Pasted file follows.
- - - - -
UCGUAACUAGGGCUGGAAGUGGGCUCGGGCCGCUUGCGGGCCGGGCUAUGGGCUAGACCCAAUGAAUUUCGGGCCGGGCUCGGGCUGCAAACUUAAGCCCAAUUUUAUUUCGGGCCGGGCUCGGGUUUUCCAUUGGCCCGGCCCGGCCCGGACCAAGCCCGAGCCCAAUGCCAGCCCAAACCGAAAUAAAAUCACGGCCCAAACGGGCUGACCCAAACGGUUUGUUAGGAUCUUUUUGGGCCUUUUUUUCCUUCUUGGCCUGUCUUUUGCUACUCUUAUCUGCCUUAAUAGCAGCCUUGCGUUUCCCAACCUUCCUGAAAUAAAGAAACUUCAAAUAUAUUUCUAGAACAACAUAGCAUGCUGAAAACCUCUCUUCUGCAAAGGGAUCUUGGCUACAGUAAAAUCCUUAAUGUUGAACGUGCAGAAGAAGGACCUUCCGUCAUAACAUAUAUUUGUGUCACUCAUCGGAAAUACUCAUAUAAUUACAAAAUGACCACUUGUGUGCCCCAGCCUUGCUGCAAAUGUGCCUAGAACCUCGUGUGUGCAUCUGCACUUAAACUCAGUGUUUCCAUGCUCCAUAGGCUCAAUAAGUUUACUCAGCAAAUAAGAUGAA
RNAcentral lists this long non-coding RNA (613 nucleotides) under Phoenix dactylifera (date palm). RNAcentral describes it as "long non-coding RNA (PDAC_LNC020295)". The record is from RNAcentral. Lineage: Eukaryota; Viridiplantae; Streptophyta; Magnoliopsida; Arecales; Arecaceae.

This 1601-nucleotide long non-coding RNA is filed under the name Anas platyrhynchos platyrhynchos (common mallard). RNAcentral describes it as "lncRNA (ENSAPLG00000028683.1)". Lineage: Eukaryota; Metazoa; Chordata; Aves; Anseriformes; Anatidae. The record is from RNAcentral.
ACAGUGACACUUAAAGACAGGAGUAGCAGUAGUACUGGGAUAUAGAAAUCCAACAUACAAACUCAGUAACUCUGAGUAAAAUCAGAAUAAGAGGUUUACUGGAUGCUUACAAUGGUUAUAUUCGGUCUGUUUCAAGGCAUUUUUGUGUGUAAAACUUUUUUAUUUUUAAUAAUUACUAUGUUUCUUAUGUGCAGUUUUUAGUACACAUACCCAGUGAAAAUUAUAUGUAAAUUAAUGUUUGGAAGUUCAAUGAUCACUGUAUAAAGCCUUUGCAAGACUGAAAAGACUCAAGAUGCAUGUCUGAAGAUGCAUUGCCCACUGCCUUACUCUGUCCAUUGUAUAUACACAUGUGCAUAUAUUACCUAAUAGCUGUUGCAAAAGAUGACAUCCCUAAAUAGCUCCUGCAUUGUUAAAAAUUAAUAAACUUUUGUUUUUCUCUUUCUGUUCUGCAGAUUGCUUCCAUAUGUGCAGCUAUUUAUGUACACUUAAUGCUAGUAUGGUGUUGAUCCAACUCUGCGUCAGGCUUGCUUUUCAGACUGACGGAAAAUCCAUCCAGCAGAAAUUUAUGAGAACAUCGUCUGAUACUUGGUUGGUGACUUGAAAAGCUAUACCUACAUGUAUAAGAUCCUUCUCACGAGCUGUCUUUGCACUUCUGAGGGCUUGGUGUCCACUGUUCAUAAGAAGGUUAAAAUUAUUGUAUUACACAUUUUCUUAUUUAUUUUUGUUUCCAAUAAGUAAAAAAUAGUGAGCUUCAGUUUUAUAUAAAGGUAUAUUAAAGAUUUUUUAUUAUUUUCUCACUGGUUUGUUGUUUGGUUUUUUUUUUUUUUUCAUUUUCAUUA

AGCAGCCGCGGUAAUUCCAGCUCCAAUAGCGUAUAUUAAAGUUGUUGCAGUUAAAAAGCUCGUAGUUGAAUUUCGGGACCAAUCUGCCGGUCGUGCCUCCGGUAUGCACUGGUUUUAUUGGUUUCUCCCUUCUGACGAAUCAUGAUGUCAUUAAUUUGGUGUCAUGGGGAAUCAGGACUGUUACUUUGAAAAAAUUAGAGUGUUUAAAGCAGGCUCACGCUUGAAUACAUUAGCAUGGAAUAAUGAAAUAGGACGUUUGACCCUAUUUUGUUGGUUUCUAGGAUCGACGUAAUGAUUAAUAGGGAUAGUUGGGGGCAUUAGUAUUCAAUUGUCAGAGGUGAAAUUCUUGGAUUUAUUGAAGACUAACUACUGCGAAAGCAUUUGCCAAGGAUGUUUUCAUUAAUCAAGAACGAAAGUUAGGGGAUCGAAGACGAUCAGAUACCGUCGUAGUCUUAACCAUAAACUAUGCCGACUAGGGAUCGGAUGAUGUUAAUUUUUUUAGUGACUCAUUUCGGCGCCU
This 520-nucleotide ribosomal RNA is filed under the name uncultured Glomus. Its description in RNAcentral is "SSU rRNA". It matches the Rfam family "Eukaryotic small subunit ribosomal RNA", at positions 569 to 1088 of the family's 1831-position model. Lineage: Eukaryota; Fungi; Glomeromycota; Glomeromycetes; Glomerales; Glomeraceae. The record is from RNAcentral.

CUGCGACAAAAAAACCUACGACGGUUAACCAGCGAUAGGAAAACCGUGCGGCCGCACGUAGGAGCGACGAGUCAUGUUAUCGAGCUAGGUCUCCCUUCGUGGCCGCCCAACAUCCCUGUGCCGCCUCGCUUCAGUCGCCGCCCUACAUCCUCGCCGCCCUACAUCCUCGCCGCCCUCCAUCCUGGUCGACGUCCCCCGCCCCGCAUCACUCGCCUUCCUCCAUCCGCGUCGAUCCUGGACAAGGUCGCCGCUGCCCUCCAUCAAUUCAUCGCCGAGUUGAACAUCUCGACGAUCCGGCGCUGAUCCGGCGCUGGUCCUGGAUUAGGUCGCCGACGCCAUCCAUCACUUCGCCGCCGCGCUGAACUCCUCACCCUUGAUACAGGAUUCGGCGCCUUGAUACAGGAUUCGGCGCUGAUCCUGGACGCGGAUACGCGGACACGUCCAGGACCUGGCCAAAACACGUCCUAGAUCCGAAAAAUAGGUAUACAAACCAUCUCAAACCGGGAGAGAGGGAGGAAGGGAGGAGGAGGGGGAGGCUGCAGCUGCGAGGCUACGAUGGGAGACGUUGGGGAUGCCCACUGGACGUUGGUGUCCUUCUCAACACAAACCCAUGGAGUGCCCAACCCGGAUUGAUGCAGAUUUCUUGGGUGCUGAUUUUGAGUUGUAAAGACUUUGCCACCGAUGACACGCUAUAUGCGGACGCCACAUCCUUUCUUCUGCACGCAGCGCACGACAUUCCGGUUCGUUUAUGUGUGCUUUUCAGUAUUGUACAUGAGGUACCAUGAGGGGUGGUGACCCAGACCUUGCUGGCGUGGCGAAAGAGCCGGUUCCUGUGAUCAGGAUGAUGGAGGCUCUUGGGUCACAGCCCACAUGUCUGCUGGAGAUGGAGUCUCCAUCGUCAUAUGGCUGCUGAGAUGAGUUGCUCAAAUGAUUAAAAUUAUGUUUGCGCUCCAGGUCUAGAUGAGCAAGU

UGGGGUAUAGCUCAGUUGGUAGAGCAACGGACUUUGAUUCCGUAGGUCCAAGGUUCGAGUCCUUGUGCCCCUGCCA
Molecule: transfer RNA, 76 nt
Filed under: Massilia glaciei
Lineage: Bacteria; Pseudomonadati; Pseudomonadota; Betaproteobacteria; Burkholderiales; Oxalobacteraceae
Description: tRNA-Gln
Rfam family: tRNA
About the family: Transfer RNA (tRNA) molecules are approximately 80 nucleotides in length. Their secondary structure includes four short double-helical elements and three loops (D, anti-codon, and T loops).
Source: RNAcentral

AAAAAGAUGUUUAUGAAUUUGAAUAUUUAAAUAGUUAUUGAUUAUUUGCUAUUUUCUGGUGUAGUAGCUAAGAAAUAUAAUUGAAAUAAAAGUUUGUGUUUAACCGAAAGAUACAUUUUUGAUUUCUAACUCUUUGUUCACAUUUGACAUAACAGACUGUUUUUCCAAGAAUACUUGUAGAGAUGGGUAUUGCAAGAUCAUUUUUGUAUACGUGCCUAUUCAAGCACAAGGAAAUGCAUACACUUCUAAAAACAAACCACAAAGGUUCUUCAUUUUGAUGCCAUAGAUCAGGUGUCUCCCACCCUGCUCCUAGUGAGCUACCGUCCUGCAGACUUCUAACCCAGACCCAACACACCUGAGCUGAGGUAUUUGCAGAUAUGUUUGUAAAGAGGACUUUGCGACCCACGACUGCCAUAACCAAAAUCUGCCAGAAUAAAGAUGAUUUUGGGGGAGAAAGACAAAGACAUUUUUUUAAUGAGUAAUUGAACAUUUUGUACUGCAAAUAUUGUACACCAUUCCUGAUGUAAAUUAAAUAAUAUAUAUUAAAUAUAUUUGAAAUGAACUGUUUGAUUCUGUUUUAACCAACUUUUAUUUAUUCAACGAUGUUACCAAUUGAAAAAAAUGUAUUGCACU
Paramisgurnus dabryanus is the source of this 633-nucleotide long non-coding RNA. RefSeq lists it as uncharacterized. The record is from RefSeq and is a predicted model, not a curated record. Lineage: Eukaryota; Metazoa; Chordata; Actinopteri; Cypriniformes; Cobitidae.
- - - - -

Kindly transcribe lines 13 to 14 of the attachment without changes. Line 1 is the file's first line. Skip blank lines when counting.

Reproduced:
Rfam family: tRNA
About the family: Transfer RNA (tRNA) molecules are approximately 80 nucleotides in length. Their secondary structure includes four short double-helical elements and three loops (D, anti-codon, and T loops).